Your organization was perfect for us !! I had prepared myself for some "African" delays or "African" miscommunication, but none of this. Taxi was always perfect on time! The transport was comfortable and adapted to our large group!
We had a super trip. Very well organized. We enjoyed! Ethiopia is a beautiful country.
We had a great trip, greatly enjoyed everything we have seen and done. We have done a lot and because of the super good service we always received, it was nevertheless very relaxed and cozy.
We have a very nice and beautiful trip to Ethiopia with Yared Tour & travel. Very good drivers, good food en route and good camping equipment, good jeeps. Our expectation has been exceeded with Yared travel, they have put together a nice program in consultation with us, highlights were for us the Arte Ale volcano and the Dalol plain
Day 1 – Arrival in Addis Ababa - Capital of Ethiopia
Welcome to Ethiopia! You’ll be stepping off the plane into Africa’s fourth largest city and diplomatic capital, Addis Ababa. Your Yared Tour & Travel guide will be there to meet you at Bole International Airport and drive you to your hotel.
Day 2: City tour Addis Abeba
Today begins with a drive to Entoto Mountain where we visit the historical site of Emperor Menelik’s Palace and Maryam church, the oldest in Addis Ababa. From here we drive through Shiro Meda which hosts the city’s largest market for traditional clothing, continuing to the campus of Addis Ababa University, home to one of Africa’s best Ethnological museums and the former palace of Emperor Haile Selassie. You visit the Ethnological or Ethiopia's National Museum with ‘Lucy’, the world-famous fossilized hominid. The museum also showcases ancient artefacts from Axum and Gondar, and an exhibition of Ethiopian art. Then visit the Holy Trinity Cathedral (built in 1933), the largest Orthodox church in Ethiopia and the final resting place of Haile Selassie. To conclude, you will visit the busy life of traders in Mercato - Africa’s biggest outdoor market.
Day 3 – Via Tiya & the Rift Valley to Arba Minch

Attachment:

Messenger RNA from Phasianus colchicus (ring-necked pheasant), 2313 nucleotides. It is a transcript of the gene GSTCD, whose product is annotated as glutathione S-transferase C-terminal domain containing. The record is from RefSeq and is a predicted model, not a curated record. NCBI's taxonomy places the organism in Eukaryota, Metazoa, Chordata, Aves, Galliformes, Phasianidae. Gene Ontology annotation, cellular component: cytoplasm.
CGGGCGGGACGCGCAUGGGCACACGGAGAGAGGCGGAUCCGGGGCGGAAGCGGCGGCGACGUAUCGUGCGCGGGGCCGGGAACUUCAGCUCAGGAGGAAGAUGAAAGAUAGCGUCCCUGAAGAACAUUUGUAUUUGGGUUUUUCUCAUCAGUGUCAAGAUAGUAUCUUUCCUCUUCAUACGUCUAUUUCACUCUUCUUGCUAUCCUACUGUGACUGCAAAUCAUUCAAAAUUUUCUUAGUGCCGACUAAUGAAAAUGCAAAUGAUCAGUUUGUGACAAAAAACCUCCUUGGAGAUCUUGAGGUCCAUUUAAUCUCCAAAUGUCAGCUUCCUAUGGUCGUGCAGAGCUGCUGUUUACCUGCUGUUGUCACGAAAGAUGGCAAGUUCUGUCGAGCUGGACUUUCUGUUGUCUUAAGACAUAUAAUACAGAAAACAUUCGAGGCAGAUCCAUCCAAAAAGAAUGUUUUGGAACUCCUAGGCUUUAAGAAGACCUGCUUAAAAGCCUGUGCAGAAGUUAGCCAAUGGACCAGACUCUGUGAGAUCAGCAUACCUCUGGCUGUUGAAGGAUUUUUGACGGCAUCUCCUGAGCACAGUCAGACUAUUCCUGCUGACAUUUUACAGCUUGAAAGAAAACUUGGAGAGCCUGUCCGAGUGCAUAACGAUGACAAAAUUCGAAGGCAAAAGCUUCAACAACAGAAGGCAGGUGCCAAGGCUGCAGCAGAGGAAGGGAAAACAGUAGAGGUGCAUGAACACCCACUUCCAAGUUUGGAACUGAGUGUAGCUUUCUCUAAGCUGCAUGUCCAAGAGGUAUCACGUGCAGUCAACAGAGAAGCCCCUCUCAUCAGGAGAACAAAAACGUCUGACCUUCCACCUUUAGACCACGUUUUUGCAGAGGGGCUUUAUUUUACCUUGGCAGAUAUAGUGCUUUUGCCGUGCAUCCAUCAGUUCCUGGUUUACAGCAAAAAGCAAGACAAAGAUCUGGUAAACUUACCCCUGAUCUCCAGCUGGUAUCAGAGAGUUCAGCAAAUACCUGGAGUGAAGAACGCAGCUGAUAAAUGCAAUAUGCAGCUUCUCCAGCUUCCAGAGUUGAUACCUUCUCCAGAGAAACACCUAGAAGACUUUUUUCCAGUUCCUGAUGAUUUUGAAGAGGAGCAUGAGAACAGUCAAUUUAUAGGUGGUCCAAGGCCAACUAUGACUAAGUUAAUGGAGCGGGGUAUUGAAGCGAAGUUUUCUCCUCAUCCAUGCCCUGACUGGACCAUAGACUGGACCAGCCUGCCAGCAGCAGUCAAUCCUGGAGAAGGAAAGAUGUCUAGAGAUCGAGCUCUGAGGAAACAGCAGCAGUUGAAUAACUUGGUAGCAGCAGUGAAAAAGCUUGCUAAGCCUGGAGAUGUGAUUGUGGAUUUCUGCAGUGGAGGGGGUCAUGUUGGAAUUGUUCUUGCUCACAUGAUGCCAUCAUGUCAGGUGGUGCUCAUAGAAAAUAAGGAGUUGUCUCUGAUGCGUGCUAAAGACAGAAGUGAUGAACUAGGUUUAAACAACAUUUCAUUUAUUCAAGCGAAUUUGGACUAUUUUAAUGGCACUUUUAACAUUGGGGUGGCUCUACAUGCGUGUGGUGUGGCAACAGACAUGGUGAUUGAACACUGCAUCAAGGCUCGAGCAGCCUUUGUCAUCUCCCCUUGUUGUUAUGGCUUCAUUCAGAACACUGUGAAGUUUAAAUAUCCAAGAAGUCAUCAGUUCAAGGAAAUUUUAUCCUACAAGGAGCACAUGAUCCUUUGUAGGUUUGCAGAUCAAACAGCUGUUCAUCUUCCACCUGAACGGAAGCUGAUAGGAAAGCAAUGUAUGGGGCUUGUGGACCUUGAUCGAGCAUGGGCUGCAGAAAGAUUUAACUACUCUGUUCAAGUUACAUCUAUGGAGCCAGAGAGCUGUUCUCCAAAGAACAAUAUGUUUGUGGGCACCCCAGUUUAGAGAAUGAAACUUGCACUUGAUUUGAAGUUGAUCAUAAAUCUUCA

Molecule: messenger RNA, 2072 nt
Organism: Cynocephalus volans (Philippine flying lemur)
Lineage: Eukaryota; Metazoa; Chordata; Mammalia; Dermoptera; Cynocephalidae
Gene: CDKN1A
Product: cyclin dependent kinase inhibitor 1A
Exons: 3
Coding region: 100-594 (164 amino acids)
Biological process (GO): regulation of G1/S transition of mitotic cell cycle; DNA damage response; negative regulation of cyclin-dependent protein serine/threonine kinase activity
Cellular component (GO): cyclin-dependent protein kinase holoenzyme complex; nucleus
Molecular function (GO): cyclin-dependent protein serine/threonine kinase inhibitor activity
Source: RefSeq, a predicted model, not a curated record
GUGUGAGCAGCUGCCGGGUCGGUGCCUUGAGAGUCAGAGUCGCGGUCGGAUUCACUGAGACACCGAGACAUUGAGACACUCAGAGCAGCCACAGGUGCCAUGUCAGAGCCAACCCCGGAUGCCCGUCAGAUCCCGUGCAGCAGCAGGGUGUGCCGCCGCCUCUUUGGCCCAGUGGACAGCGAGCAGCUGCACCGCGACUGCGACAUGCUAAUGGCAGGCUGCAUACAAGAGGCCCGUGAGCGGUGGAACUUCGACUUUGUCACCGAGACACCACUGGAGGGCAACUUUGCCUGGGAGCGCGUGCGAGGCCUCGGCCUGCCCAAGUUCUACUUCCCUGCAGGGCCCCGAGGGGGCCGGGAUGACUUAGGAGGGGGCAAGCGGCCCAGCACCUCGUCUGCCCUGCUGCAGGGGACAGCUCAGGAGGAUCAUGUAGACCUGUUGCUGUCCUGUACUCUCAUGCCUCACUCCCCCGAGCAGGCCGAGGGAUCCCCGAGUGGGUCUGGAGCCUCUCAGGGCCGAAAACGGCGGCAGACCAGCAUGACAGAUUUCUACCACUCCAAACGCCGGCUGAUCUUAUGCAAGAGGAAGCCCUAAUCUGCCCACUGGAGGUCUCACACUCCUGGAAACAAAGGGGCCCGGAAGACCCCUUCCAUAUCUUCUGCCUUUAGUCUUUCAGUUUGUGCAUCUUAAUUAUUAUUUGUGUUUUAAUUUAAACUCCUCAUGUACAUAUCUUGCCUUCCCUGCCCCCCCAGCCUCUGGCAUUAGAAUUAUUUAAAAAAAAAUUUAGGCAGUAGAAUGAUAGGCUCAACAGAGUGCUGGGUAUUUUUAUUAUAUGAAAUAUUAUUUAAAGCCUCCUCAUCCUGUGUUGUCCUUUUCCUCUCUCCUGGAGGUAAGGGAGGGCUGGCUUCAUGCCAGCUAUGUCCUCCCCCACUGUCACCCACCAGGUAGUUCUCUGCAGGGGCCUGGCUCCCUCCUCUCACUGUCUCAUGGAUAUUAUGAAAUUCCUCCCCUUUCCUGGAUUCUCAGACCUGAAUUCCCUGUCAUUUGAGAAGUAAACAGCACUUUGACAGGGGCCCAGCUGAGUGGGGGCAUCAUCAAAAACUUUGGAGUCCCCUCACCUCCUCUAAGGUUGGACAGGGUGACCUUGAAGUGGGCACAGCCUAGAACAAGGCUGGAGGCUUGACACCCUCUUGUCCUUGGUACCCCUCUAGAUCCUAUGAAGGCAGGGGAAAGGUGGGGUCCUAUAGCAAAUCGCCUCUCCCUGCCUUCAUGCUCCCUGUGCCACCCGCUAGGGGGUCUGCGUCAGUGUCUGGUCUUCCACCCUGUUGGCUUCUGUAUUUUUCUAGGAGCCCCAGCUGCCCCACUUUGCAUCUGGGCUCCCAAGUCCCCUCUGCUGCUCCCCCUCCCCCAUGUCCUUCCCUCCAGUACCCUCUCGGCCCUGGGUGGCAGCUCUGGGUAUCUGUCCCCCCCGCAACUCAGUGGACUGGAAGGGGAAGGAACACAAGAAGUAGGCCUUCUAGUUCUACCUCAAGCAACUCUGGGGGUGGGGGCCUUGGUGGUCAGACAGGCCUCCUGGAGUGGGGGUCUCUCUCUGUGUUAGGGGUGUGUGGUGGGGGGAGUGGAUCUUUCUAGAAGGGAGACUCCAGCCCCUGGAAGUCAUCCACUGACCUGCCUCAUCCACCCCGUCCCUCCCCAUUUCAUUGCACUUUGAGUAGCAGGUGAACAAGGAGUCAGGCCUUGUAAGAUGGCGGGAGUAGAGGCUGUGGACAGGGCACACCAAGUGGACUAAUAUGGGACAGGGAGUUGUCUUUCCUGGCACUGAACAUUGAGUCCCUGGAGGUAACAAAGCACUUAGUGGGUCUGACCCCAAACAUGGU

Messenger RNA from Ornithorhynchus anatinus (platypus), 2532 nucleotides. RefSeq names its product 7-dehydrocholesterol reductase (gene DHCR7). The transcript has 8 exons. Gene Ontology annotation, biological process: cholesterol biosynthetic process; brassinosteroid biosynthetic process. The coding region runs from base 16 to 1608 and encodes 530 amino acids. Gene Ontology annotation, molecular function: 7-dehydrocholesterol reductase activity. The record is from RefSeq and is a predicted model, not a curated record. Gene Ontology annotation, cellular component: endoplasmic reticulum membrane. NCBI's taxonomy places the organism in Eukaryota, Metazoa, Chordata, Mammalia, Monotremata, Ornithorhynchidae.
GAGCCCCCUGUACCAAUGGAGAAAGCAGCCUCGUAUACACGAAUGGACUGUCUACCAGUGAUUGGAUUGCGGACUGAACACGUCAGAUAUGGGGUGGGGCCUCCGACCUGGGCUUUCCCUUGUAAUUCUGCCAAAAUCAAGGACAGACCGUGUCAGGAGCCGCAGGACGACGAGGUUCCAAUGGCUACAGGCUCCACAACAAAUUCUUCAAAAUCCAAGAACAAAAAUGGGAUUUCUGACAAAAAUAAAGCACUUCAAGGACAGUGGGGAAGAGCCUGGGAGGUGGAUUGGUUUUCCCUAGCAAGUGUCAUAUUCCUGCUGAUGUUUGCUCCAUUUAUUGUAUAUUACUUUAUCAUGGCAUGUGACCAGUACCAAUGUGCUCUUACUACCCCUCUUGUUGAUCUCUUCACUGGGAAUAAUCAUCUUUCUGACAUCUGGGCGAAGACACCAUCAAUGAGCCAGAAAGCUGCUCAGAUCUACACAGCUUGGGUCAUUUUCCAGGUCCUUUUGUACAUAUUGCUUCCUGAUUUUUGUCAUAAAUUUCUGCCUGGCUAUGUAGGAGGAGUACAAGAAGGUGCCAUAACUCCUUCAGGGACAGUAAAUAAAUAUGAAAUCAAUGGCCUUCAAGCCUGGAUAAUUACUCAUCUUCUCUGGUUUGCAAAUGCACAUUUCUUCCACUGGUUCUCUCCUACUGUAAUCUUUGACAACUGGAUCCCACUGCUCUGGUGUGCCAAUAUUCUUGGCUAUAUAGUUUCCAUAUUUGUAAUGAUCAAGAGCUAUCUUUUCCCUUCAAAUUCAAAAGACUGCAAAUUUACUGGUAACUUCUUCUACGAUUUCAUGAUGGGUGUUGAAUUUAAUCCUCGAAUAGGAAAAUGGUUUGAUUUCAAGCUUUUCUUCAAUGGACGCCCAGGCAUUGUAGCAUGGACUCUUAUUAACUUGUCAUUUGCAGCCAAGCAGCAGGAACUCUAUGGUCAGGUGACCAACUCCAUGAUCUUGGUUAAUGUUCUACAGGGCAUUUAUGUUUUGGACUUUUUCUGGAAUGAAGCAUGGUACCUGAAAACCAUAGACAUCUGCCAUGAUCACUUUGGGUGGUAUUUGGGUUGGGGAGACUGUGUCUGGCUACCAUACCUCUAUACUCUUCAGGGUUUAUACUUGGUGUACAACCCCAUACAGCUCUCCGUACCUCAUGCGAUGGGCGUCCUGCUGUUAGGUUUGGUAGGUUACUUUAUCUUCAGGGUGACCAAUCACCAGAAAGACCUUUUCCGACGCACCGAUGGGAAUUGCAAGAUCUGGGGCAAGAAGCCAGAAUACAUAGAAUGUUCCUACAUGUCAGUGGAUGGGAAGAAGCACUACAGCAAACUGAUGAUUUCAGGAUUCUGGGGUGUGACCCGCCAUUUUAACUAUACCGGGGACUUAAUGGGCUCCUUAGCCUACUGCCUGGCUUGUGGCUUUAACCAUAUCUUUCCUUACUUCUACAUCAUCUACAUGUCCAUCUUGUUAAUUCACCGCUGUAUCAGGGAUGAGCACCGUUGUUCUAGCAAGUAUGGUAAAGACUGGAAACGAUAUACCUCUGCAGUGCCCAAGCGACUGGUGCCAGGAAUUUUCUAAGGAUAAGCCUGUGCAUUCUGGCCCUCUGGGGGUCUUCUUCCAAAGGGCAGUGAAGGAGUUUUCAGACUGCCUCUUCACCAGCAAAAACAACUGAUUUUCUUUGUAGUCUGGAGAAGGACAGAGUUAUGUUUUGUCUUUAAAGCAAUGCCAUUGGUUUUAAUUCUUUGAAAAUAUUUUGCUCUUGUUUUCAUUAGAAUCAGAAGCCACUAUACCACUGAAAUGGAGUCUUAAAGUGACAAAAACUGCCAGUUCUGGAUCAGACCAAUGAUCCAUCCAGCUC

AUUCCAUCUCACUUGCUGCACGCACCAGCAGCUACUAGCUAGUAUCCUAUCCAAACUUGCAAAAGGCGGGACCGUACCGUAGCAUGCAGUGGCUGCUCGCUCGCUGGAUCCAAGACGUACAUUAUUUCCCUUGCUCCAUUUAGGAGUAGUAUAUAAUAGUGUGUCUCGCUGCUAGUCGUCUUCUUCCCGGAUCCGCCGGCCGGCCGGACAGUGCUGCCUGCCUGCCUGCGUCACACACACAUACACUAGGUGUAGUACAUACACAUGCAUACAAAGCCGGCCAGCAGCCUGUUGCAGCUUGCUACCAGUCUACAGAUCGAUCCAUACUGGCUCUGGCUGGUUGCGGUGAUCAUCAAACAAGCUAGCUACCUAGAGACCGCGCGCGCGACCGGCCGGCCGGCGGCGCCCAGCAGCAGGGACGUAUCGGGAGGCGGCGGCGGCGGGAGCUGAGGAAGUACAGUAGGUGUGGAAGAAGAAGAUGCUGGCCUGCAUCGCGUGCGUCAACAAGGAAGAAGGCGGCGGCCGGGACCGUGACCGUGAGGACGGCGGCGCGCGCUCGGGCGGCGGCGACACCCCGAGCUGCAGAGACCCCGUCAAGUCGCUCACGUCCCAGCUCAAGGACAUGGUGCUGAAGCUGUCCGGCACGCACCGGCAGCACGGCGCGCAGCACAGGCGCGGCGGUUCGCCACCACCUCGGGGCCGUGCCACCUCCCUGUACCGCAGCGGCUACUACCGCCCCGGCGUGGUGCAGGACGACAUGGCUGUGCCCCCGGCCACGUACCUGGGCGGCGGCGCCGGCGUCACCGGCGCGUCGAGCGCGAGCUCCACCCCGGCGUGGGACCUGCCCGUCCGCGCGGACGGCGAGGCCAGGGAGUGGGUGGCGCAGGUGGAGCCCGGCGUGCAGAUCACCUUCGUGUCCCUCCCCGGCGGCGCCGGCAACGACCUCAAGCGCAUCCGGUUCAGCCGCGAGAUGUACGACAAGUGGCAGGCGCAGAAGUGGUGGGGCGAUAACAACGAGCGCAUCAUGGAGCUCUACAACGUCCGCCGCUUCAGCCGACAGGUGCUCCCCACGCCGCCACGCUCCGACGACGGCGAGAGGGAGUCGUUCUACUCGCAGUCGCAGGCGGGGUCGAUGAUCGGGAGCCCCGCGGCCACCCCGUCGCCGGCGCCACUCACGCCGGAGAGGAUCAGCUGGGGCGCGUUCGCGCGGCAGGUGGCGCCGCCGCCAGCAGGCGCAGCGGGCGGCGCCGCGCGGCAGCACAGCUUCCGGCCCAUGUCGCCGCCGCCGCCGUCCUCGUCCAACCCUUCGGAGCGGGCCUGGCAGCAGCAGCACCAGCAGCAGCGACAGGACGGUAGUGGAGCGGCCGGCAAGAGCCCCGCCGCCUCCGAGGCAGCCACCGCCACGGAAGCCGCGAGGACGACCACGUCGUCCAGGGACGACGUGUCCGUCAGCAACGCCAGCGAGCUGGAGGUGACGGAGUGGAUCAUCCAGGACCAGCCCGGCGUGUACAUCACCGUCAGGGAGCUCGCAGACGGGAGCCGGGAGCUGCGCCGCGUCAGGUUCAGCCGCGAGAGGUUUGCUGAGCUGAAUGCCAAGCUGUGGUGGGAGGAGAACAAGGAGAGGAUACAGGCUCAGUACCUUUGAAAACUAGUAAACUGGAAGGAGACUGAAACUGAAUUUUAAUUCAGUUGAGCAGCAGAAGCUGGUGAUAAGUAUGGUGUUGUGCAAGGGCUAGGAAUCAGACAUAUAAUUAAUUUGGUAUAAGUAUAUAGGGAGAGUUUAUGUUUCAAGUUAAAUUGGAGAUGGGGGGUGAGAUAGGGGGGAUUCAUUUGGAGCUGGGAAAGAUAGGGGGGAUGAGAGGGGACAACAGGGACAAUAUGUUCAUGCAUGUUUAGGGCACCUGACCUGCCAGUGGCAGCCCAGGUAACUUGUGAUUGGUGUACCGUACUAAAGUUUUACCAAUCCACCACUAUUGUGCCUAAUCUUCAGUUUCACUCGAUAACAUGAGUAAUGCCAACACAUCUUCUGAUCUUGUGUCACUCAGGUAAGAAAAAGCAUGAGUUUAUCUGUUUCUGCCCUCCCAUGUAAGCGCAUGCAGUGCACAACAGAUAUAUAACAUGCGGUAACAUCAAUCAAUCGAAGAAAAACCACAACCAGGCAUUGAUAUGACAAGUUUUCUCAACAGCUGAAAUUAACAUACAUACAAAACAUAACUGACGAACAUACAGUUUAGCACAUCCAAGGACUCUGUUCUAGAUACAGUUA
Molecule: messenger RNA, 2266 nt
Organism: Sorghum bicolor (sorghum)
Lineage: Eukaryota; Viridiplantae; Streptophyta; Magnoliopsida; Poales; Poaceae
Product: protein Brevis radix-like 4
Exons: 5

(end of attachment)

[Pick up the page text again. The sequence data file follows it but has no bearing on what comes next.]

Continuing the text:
Today you’re heading to the south! It’s a 6-7 hour drive to Arba Minch and we’ll be stopping off along the way to visit Tiya – one of Ethiopia’s most important, and least understood World Heritage stelae fields containing 41 obelisks engraved with interesting symbols thought to be around 600 years old. We arrive in Arba Minch region, meaning ‘forty’ ‘springs’, in the afternoon. The southern city, situated in the Gamo Gofa region is rich in natural resources including two Rift Valley lakes – Chamo and Abaya – home to large populations of hippos and crocodiles, innumerable little springs, Nech Sar (‘white’ ‘grass’) National Park and huge irrigated fruit farms which provide an important source of fruit farms.
Day 4 – Nech Sar & Dorze tribe
During today’s action-packed excursion, we visit the nearby scenic Nech Sar National Park. From the park’s edge, we take a motorboat on the lake to see hundreds of huge Nile crocodiles bathing in the sun and hippos bobbing in and out of the water. There are also many pelicans and other birds around the lake.
Day 5 - To Turmi - Hamar Region
On our way to Turmi we pass through Key Afar, the main town of the Banna tribe. We’ll catch one of the biggest traditional tribal markets which takes place on Thursdays. Groups of Ari, Benna, Tsemay and Hamar people are the main attendees, walking long distances to buy and sell local commodities at the Key Afar market, like tabacco (‘tampo’), coffee husks (‘bunno’) and sorghum (‘asine’). At the catle market men trade cows and goats. As the day progresses, you will also see the popular drink ‘parsee’ – a beloved traditional beer made from fermented sorghum being passed around groups of people in large calabash gourds.
Day 6 - Hamar Tribe Experience
Ancient traditions still form the backbone of daily life in Hamar. Most live in rural settlements and practise traditional livelihoods through subsistence agro-pastoralism. Daily life revolves around taking care of livestock, domestic duties and farming of maize and sorghum. Hamar men are semi-nomadic and travel with large herds of goats and cattle between grazing areas, whereas Hamar women take care of the children, cooking, water and firewood collection. Ceremonies and rituals are an integral part of traditional Hamar life. The most well-known is a rite of passage for men into adulthood and marriage called ‘ukili bula’ or bull-jump. During the ceremony, a young Hamar man leaps naked over several of his family’s bulls. It’s a highlight to witness if there’s one taking place whilst you’re here.
Day 7 - Jinka, Benna Tribe & Market
Our next stop is Jinka, a fast-developing market town set in a cradle of green hills above Mago National Park which gives the area a cooler climate compared to the rest of the Lower Omo Valley.
Dag 8 - Visit Ari or Mursi tribe